Faculty of Education, Social Sciences and Law

School of Politics and International Studies

Contact Details

Dr. Kris Dunn

Lecturer in Comparative Politics and Political Psychology

I am a quantitatively-oriented, comparative political psychologist interested in explaining the social and political origins and consequences of individuals’ value orientations.

I started my position in the School of Politics and International Studies at the University of Leeds in 2013. Before this, I was a post-doctoral researcher at the University of Vienna; and a Lecturer in Electoral Politics at the University of Exeter before that. I received my PhD in Political Science from Michigan State University in 2009, specializing in Comparative Politics and Democratic Theory; I also possess an MA in Political Science, a BA in Psychology, and a BA in Criminal Justice.

Research Interests

My research sits at the intersection of political science and social psychology and aims to improve our understanding of the reciprocal relationship between political institutions and individual psychology and political behavior. My predominant research agenda focuses on values orientations (authoritarianism in particular) and how these orientations interact with the social and political environment to influence political representation, the quality of democratic governance, and public policy.

Teaching

For the fall semester I teach a third year module titled ‘Political Psychology: On Authority and Obedience’. This module introduces students to the scholarship that has built up around the concepts of authority and obedience; most of which originates in the attempt to explain how ordinary people come to commit or participate in crimes against humanity.

I also co-teach the ‘Analysing Data in Politics, Development, and International Relations’ and the ‘Advanced Statistical Analysis’ modules which introduce students to the quantitative methods we use to collect and analyse data in the social sciences.

In the spring semester I co-teach the Comparative Politics module for first year students. This module introduces students to the wide variety of methods and topics that exist in the political science subfield of comparative politics. I also teach a number of seminar classes for the United States Politics module.

PhD Supervision

I am happy to advise quantitative dissertations on authoritarianism (individual-level) or political culture. I am also open to topics that involve quantitative political psychology more broadly.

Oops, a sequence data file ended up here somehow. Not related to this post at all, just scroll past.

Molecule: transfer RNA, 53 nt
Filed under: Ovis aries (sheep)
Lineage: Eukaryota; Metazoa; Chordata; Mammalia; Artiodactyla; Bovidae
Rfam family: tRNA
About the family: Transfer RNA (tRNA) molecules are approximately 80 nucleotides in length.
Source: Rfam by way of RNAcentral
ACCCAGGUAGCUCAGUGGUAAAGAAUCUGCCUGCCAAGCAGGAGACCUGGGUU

Key Publications

Journal articles

  • Dunn K, Griffiths E, Lamb S, Shortt R, Theochari E, ‘The Human Empowerment Sequence and the Development of Libertarian Values: A Theoretical and Empirical Adjustment to the Human Empowerment Sequence’, Journal of Cross-Cultural Psychology, 48.5 (2017), 771-789
    DOI: 10.1177/0022022117699882, Repository URL: http://eprints.whiterose.ac.uk/113426/

  • Dunn KP, Thornton JR, ‘Vote Intent and Beliefs about Democracy in the United States’, Party Politics 2016
    DOI: 10.1177/1354068816668677, Repository URL: http://eprints.whiterose.ac.uk/103729/

  • Singh SP, Dunn K, ‘Authoritarianism, socioethnic diversity and political participation across countries’, European Journal of Political Research, 54.3 (2015), 563-581
    DOI: 10.1111/1475-6765.12096, Repository URL: http://eprints.whiterose.ac.uk/86789/

  • Dunn K, ‘Voice, representation and trust in parliament’, Acta Politica, 50.2 (2015), 171-192
    DOI: 10.1057/ap.2014.15

  • Dunn K, ‘Preference for radical right-wing populist parties among exclusive-nationalists and authoritarians’, Party Politics, 21.3 (2015), 367-380
    DOI: 10.1177/1354068812472587, Repository URL: http://eprints.whiterose.ac.uk/86837/

  • Dunn K, Singh SP, ‘Pluralistic conditioning: Social tolerance and effective democracy’, Democratization, 21.1 (2014), 1-28
    DOI: 10.1080/13510347.2012.697056, Repository URL: http://eprints.whiterose.ac.uk/86838/

  • Dunn K, ‘Authoritarianism and intolerance under autocratic and democratic regimes’, Journal of Social and Political Psychology, 2.1 (2014), 220-241
    DOI: 10.5964/jspp.v2i1.260, Repository URL: http://eprints.whiterose.ac.uk/86791/

  • Singh SP, Dunn K, ‘Veto Players, the Policymaking Environment, and the Expression of Authoritarian Attitudes. Political Studies’, Political Studies, 61.1 (2013), 119-141
    DOI: 10.1111/j.1467-9248.2012.00959.x

  • Dunn K, ‘Voice and trust in parliamentary representation’, Electoral Studies, 31.2 (2012), 393-405
    DOI: 10.1016/j.electstud.2012.01.006

  • Dunn KP, Singh SP, ‘The surprising non-impact of radical right-wing populist party representation on public tolerance of minorities’, Journal of Elections, Public Opinion and Parties, 21.3 (2011), 313-331
    DOI: 10.1080/17457289.2011.588333

  • Dunn K, ‘Left-Right identification and education in Europe: A contingent relationship’, Comparative European Politics, 9.3 (2011), 292-316
    DOI: 10.1057/cep.2010.17

  • Dunn K, Singh SP, Orellana S, ‘Legislative Diversity and Social Tolerance: How Multiparty Systems Lead to Tolerant Citizens’, Journal of Elections, Public Opinion, and Parties, 19.3 (2009), 283-312

© Copyright Leeds 2018